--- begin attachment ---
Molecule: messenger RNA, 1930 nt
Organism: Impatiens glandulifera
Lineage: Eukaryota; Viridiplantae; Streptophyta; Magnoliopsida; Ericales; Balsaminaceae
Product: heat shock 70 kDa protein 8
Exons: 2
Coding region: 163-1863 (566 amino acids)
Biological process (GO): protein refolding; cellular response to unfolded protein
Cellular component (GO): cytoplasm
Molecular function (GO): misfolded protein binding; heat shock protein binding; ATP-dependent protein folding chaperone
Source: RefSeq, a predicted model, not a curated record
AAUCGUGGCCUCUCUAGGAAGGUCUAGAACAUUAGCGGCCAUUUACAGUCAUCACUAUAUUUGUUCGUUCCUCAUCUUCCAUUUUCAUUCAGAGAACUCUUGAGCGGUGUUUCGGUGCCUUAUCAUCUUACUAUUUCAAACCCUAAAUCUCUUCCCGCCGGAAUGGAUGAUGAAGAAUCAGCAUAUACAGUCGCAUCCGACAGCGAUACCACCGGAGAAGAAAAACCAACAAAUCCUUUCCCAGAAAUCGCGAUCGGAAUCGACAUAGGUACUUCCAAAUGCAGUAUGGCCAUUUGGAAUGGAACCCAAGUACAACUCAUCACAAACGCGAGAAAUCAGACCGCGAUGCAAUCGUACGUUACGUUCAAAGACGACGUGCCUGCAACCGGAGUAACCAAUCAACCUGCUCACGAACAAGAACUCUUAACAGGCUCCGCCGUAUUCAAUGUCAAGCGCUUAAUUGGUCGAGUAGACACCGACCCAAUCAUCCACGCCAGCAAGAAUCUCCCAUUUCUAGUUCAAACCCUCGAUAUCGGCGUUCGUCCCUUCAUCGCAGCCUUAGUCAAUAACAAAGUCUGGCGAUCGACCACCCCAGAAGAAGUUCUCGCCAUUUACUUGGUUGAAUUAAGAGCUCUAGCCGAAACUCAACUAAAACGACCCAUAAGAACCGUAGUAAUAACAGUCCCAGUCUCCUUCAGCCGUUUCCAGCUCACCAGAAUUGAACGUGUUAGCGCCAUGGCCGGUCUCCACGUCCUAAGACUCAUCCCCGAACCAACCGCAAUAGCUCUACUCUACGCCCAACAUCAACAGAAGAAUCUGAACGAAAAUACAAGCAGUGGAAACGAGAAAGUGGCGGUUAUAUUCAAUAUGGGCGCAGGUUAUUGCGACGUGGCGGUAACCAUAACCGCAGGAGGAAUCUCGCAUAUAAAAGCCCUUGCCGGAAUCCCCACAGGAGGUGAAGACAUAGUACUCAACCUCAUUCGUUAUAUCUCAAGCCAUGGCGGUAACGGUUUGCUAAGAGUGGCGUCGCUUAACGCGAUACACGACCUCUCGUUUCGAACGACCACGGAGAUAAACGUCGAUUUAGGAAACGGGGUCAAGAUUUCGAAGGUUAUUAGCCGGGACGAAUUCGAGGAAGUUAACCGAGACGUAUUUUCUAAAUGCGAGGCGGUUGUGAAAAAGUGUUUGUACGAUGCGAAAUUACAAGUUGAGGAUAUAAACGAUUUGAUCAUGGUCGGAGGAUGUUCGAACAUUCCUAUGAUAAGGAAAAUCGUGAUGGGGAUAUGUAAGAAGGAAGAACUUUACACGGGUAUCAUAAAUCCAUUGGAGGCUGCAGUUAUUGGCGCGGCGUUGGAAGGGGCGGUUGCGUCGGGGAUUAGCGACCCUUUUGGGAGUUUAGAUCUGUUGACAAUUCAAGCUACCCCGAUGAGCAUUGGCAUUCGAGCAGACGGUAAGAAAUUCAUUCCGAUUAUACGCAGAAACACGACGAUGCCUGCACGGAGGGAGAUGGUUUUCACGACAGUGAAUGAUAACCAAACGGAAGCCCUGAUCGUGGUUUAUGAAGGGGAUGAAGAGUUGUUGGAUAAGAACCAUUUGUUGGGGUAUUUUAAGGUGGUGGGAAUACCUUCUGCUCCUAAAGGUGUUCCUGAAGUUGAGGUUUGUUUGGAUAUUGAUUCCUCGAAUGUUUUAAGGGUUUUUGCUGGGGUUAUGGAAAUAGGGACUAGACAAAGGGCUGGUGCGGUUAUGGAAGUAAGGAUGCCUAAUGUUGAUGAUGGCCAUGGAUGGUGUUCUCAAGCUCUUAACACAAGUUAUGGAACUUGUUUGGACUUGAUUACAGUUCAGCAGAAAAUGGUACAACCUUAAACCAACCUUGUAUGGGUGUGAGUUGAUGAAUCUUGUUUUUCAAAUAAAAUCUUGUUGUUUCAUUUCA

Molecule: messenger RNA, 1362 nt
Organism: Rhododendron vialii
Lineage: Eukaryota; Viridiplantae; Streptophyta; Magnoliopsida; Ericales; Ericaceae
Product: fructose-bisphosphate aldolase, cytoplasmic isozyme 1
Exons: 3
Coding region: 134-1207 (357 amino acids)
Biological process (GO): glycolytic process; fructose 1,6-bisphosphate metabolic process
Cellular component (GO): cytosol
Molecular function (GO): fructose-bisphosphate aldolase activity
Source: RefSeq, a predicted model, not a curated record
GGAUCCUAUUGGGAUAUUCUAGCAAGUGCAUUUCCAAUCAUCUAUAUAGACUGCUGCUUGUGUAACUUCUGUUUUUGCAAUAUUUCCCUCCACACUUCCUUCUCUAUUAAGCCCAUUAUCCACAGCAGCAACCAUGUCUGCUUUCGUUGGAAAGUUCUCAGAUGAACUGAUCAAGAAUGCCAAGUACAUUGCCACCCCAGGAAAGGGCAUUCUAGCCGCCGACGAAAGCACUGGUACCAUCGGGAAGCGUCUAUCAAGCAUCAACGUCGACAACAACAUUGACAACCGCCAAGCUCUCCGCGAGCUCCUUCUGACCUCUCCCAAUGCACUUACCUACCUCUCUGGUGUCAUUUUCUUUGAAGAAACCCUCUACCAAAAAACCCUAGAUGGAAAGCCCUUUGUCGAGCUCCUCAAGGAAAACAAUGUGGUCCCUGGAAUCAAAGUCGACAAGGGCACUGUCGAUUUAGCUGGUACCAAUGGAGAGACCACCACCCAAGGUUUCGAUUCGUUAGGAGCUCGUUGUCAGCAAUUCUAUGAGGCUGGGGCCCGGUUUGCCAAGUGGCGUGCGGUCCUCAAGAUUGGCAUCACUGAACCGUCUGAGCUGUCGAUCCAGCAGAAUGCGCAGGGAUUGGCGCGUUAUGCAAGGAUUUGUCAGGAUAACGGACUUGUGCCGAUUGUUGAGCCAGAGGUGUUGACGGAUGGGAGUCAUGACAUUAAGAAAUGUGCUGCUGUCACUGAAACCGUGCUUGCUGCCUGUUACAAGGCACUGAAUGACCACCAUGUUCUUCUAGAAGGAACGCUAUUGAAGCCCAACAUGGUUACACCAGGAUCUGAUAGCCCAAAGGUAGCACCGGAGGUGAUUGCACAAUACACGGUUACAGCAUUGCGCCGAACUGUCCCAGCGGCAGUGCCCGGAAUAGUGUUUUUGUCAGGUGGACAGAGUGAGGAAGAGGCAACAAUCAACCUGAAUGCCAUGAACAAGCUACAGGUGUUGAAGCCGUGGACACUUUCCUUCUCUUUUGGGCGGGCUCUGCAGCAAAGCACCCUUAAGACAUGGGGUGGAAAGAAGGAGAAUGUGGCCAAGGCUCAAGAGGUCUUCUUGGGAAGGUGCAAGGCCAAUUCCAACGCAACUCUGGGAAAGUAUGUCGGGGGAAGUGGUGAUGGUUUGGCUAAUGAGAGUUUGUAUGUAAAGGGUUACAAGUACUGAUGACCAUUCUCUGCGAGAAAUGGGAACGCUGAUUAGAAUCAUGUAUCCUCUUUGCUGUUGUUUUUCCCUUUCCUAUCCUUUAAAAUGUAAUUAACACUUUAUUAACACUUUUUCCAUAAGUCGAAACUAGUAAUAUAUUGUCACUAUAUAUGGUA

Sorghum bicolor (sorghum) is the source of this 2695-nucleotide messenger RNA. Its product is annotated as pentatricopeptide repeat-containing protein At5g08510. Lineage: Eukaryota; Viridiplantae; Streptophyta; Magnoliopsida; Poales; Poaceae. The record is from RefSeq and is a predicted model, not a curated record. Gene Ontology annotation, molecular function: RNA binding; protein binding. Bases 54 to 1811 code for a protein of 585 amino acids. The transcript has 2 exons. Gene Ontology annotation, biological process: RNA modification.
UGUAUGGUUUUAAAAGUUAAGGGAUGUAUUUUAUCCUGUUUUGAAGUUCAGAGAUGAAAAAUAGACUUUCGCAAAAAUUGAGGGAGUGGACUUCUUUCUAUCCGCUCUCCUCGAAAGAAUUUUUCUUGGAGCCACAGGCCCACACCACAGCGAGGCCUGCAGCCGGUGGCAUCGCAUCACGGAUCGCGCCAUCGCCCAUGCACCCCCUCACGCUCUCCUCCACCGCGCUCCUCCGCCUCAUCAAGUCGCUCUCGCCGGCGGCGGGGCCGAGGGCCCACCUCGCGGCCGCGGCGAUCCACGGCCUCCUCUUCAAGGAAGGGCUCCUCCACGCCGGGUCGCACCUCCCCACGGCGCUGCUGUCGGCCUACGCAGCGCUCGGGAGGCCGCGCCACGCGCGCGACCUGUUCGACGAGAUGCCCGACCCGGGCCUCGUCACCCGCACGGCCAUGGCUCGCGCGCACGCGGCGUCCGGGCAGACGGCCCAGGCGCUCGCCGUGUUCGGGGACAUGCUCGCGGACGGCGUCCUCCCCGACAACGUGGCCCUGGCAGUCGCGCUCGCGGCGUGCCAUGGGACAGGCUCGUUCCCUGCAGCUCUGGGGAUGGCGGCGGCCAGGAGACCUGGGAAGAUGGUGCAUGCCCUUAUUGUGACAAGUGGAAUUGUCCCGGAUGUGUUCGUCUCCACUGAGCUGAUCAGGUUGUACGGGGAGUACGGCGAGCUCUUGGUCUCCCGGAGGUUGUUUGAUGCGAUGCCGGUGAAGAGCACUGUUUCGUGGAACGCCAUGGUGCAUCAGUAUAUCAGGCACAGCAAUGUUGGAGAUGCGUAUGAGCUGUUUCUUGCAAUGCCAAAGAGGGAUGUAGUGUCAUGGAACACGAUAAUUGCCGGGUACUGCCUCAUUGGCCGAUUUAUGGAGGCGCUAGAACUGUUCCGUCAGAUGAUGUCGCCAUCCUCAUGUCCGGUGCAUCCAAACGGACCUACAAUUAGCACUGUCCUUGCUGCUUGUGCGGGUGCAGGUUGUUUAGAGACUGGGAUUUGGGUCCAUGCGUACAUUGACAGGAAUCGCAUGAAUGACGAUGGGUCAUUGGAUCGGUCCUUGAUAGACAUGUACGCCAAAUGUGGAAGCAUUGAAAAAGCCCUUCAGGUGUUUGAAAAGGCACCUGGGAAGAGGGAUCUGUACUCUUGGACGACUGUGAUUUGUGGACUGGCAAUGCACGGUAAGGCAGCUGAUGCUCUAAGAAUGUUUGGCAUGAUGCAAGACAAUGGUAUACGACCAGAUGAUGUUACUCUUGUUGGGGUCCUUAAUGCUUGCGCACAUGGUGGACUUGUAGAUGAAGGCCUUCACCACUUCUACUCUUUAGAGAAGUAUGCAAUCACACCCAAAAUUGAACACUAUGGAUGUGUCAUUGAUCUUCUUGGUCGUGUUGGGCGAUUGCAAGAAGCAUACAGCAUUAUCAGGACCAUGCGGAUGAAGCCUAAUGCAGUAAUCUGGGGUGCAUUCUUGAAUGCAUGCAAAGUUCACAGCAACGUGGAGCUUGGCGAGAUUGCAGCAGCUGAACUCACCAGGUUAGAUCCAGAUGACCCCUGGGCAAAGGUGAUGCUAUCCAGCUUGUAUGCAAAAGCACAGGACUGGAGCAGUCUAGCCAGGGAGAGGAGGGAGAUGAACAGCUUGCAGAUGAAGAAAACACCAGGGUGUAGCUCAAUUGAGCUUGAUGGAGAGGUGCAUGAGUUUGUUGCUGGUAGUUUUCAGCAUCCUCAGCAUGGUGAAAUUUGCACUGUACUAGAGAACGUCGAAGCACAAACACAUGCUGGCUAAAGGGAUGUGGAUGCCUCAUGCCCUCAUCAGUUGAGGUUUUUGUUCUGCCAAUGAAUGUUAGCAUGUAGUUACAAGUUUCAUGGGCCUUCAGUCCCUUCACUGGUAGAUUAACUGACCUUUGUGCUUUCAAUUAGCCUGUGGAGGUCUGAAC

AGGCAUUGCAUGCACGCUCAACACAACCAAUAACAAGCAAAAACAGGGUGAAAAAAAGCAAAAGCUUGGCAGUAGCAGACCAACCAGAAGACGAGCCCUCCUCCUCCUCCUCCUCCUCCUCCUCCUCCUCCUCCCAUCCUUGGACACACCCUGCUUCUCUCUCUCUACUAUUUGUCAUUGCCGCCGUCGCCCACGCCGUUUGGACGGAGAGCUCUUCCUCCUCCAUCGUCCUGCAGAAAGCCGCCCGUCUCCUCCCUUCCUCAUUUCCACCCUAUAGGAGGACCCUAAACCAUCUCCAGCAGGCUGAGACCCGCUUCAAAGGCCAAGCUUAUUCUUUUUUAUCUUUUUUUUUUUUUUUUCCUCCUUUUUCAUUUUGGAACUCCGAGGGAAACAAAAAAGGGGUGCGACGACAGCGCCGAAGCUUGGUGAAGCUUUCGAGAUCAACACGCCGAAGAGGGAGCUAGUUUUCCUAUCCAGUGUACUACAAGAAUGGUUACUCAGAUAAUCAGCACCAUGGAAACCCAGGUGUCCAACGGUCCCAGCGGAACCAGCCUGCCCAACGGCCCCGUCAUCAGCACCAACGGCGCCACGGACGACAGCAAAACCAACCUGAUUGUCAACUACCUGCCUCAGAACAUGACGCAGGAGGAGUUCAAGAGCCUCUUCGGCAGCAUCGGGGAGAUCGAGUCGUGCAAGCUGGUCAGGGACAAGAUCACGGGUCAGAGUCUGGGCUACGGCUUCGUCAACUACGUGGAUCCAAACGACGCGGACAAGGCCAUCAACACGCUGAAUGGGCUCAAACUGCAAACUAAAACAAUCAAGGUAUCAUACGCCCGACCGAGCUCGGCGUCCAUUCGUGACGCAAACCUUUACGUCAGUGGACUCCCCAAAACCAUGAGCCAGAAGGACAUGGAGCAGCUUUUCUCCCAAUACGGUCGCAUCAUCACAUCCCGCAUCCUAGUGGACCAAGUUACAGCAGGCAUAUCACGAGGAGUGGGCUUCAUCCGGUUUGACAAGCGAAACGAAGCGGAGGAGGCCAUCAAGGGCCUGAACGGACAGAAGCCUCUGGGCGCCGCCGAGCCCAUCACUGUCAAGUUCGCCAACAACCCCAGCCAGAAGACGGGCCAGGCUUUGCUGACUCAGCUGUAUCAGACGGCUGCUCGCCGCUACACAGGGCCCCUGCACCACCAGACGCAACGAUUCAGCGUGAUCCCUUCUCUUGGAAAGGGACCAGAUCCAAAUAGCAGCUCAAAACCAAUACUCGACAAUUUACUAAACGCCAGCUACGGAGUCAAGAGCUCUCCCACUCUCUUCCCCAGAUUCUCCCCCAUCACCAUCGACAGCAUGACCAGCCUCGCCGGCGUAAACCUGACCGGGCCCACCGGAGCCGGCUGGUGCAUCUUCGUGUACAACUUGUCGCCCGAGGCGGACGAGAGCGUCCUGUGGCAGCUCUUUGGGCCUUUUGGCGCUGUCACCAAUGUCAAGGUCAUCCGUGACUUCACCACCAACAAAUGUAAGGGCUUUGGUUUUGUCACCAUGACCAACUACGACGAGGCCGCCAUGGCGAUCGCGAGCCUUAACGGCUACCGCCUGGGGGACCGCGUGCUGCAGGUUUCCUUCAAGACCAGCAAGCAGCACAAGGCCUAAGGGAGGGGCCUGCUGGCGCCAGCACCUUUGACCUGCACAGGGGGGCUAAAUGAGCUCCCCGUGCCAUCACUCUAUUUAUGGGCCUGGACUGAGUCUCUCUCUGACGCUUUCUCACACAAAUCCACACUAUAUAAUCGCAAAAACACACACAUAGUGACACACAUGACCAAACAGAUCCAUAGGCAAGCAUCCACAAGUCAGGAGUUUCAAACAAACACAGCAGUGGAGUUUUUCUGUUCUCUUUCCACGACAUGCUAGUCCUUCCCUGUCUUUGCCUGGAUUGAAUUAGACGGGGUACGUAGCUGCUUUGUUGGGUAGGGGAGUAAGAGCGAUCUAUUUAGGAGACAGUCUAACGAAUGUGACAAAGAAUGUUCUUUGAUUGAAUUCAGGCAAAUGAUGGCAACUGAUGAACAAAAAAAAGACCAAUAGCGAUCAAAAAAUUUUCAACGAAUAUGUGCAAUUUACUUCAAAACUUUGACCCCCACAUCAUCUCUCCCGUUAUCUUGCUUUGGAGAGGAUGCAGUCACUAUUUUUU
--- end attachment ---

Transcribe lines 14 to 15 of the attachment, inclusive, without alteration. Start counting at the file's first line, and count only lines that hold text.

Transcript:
Lineage: Eukaryota; Viridiplantae; Streptophyta; Magnoliopsida; Ericales; Ericaceae
Product: fructose-bisphosphate aldolase, cytoplasmic isozyme 1